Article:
Andy Mills Resigns From The New York Times


Nearly two months after The New York Times announced that the 2018 podcast “Caliphate” did not meet its journalistic standards, Andy Mills, an audio journalist who helped make the series, has resigned from the company, according to a memo on Friday from the paper’s executive editor, Dean Baquet, and managing editor, Joe Kahn.

Mr. Mills confirmed his departure in a brief interview on Friday and posted a note on his personal website describing the reasons for leaving The Times.

He joined the paper in 2016 after working at “Radiolab,” a podcast from the New York public radio station WNYC. He was part of the team that created “The Daily,” The Times’s most popular podcast, and was later a co-host of “Caliphate,” a 12-part series about the Islamic State terrorist group.

In February 2018, two months before “Caliphate” made its debut, an article in New York Magazine’s The Cut on sexual harassment in New York public radio reported that Mr. Mills had been the subject of complaints during his time at “Radiolab.”

Women interviewed for the article said that he had asked them for dates, given unsolicited back rubs, poured beer on the head of a woman he worked with, and said that a woman in the office was hired over a man because of her gender.

WNYC’s human resources department investigated Mr. Mills’s behavior, The Cut reported, and gave him a warning while allowing him to keep his job. In an interview for The Cut, Mr. Mills admitted to much of the behavior described in WNYC’s human resources report.

In the memo on Friday, Mr. Baquet and Mr. Kahn cited “a difficult stretch for our audio team,” but did not go into details about why Mr. Mills had resigned.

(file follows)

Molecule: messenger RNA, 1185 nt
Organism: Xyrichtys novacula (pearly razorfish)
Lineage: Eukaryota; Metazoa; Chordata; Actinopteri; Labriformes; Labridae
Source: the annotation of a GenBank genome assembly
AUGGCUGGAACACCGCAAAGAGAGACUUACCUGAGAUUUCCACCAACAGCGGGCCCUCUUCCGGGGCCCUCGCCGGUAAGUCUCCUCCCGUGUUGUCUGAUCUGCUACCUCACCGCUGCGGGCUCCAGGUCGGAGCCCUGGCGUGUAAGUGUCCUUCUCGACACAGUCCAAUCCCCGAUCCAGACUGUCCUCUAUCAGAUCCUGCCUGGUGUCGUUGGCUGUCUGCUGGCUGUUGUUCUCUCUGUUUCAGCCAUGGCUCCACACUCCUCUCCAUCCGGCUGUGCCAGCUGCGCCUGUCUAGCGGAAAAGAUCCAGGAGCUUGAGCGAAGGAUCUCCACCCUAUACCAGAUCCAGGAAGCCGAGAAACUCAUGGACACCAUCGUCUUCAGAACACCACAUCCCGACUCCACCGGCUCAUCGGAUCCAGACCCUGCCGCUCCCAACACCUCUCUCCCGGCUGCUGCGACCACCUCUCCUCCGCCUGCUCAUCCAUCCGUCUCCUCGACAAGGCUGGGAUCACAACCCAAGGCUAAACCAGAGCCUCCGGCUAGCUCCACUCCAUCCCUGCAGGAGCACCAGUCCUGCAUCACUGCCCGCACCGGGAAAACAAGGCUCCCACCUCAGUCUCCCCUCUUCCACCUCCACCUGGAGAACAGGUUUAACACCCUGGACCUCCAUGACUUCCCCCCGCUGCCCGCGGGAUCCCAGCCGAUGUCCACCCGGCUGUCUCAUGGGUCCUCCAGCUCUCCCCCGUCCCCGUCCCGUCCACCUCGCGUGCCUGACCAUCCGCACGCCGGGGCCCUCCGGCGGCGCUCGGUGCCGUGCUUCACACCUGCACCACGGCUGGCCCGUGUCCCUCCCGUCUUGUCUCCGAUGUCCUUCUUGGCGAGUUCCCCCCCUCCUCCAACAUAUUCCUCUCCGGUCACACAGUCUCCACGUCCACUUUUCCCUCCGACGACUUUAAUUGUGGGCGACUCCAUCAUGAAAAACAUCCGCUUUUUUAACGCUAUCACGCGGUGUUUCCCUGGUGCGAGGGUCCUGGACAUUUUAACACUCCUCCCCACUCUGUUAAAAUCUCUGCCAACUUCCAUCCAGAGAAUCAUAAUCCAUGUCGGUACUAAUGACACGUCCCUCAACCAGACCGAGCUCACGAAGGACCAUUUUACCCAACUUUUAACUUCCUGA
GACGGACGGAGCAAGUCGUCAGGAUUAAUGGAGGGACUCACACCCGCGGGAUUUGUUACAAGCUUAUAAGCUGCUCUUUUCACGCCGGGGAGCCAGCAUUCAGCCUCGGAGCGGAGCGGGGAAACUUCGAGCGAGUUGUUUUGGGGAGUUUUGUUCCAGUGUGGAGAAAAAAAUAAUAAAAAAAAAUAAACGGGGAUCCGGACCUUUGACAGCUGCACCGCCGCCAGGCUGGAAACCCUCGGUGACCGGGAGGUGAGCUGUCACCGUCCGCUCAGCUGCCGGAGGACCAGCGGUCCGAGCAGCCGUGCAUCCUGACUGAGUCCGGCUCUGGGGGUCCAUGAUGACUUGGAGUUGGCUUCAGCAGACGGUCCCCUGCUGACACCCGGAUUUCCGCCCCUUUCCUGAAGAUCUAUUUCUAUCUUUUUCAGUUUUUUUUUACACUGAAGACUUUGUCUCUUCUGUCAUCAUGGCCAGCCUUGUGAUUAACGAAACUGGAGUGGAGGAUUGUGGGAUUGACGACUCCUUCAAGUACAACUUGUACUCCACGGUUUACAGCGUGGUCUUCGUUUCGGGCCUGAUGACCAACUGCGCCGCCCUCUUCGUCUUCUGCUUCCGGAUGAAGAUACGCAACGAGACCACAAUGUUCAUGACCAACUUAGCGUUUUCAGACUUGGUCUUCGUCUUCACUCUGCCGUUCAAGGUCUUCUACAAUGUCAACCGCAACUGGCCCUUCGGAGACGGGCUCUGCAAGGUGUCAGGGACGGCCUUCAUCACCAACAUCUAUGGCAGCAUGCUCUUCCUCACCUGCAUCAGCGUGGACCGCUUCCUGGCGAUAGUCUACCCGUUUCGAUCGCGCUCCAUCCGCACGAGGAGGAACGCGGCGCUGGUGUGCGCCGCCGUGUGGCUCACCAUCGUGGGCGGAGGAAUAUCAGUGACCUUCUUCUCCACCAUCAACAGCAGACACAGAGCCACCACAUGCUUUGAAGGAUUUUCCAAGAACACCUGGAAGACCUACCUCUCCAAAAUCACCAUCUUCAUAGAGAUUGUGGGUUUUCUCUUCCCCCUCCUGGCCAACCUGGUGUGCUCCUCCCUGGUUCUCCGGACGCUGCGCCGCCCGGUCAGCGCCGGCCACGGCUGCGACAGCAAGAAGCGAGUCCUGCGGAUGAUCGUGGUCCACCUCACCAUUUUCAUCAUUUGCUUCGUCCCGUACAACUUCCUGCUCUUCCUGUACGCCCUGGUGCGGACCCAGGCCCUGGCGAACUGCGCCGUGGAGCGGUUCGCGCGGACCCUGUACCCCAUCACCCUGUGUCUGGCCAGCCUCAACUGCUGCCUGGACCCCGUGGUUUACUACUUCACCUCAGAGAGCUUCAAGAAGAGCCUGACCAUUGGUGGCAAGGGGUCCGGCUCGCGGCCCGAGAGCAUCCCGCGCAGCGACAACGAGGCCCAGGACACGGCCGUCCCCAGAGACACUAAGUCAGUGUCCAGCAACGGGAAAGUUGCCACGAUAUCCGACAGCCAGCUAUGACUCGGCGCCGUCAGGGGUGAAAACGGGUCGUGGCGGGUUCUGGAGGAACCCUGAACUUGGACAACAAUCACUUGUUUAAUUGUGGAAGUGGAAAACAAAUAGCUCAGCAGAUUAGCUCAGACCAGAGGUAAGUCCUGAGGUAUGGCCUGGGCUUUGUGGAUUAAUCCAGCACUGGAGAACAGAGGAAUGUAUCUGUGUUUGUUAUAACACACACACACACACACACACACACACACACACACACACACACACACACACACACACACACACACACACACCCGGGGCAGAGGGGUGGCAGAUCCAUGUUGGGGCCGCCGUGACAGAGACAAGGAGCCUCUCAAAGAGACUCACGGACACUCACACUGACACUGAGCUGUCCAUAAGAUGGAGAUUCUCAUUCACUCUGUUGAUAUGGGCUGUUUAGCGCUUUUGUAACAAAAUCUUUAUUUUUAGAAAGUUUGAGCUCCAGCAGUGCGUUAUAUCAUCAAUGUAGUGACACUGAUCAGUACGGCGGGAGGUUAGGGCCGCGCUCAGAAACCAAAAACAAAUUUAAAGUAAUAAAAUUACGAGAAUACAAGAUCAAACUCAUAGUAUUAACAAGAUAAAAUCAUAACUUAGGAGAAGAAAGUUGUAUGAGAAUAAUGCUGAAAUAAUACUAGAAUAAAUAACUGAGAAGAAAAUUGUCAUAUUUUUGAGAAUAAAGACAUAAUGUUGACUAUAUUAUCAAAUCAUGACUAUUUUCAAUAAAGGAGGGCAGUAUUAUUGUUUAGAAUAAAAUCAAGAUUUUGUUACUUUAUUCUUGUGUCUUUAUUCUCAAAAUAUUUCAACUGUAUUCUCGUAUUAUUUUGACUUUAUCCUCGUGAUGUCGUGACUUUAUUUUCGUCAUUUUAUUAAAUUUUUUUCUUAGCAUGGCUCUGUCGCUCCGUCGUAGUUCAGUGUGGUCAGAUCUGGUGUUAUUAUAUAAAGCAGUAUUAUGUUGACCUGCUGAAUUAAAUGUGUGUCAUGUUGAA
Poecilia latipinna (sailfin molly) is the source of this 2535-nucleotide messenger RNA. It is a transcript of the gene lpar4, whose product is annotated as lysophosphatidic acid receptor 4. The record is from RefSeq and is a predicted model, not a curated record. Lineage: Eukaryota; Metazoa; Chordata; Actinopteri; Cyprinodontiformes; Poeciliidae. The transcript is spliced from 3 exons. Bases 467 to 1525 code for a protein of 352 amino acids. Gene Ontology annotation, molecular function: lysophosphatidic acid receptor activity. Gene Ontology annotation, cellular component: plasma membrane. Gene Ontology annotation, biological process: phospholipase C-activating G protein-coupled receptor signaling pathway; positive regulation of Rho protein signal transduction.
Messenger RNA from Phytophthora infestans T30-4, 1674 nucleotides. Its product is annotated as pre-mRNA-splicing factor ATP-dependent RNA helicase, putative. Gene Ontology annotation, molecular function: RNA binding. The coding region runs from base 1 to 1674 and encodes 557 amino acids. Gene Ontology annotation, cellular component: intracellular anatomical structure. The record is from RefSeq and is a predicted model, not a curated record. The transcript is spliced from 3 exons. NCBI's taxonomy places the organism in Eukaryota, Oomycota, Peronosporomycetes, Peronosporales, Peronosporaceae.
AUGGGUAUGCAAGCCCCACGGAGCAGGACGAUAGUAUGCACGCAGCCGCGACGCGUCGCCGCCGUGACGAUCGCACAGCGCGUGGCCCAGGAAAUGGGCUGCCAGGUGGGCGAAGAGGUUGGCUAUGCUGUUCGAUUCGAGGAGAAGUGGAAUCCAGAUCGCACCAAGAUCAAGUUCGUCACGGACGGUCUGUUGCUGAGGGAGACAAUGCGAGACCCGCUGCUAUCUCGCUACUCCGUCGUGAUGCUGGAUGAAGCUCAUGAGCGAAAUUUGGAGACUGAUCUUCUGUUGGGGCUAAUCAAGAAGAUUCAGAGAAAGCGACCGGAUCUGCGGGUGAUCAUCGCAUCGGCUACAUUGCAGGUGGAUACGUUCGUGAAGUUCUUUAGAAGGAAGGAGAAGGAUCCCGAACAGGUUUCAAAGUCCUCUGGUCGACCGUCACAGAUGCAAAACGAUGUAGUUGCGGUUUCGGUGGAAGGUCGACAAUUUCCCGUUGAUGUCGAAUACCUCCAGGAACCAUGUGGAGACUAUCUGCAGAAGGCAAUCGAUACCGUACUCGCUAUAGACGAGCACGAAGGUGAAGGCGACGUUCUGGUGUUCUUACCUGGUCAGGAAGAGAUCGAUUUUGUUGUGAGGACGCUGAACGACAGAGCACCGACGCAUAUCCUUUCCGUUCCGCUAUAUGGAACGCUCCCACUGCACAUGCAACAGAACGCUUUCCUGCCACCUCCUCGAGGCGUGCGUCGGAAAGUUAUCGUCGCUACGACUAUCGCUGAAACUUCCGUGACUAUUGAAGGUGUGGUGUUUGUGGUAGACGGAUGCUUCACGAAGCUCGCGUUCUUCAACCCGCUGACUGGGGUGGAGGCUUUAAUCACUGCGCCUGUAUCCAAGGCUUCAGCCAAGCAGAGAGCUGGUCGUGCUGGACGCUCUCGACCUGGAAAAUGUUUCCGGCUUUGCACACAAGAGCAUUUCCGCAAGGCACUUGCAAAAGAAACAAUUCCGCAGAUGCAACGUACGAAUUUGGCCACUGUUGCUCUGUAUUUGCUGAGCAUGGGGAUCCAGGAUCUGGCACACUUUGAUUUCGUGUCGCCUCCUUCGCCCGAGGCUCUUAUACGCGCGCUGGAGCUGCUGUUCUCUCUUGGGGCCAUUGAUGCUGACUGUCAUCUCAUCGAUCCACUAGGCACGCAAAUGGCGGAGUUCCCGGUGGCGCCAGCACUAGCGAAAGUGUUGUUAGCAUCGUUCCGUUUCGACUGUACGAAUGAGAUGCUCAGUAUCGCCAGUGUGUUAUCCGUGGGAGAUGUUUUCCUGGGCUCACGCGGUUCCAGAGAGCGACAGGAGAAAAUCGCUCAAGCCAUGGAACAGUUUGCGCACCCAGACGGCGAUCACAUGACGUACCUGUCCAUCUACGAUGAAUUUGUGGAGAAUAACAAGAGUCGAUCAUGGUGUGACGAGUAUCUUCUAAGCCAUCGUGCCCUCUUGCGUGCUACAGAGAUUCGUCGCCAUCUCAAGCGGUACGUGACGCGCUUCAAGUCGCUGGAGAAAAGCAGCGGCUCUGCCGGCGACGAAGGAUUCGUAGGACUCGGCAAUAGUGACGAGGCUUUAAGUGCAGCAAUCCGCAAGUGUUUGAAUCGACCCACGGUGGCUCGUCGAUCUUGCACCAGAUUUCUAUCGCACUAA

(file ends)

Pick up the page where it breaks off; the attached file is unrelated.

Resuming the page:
“We are committed to helping build the systems and structures necessary to support audio’s rapid growth and management needs, and making the team a far more integrated part of the newsroom,” the memo said. “We owe each other a culture of collaboration, collegiality and respect in our workplace.”

The Times’s efforts to make up for the mistakes of “Caliphate” included an editors’ note published in December saying that the podcast had put too much credence in the false or exaggerated account of one of its main subjects. In an audio interview with Michael Barbaro, the host of “The Daily,” Mr. Baquet attributed the show’s flaws to “an institutional failing.” The editors’ note and audio interview followed a monthslong internal investigation into the podcast’s reporting.

After the correction, people who worked with Mr. Mills in his previous job posted complaints on Twitter about his behavior toward women in the “Radiolab” workplace and in social settings. In response to the complaints, “Radiolab” issued a statement last month: “We hate that this happened and we apologize to those we failed. At the time, show leadership initiated a response from WNYC to address Andy’s behavior, but it didn’t happen fast enough and it didn’t do enough.”

Mr. Mills said in his online post on Friday that his departure from The Times did not stem from the problems with “Caliphate,” writing that people in leadership positions at the paper “did not blame us.”

He added that, after the publication of the editors’ note, “another story emerged online: that my lack of punishment came down to entitlement and male privilege. That accusation gave some the opportunity to resurface my past personal conduct.”

He admitted to earlier mistakes, writing, “Eight years ago during a team meeting, I gave a colleague a back rub. Seven years ago I poured a drink on a co-worker’s head at a drunken bar party. I look back at those actions with extraordinary regret and embarrassment.”

He wrote that he had told The Times about his past mistakes when he was hired and had received good reviews for his work at the paper. He also said that he received a promotion in December. But in the weeks after the mistakes of “Caliphate” were made public, he wrote, the “allegations on Twitter quickly escalated to the point where my actual shortcomings and past mistakes were replaced with gross exaggerations and baseless claims.”

In the end, he wrote, “I feel it is in the best interest of both myself and my team that I leave the company at this time. I do this with no joy and a heavy heart.”

On Jan. 27, The Times announced that Clifford J. Levy, the paper’s metro editor since 2018, had been promoted to deputy managing editor. As part of his new duties, he was assigned to temporarily advise the audio department.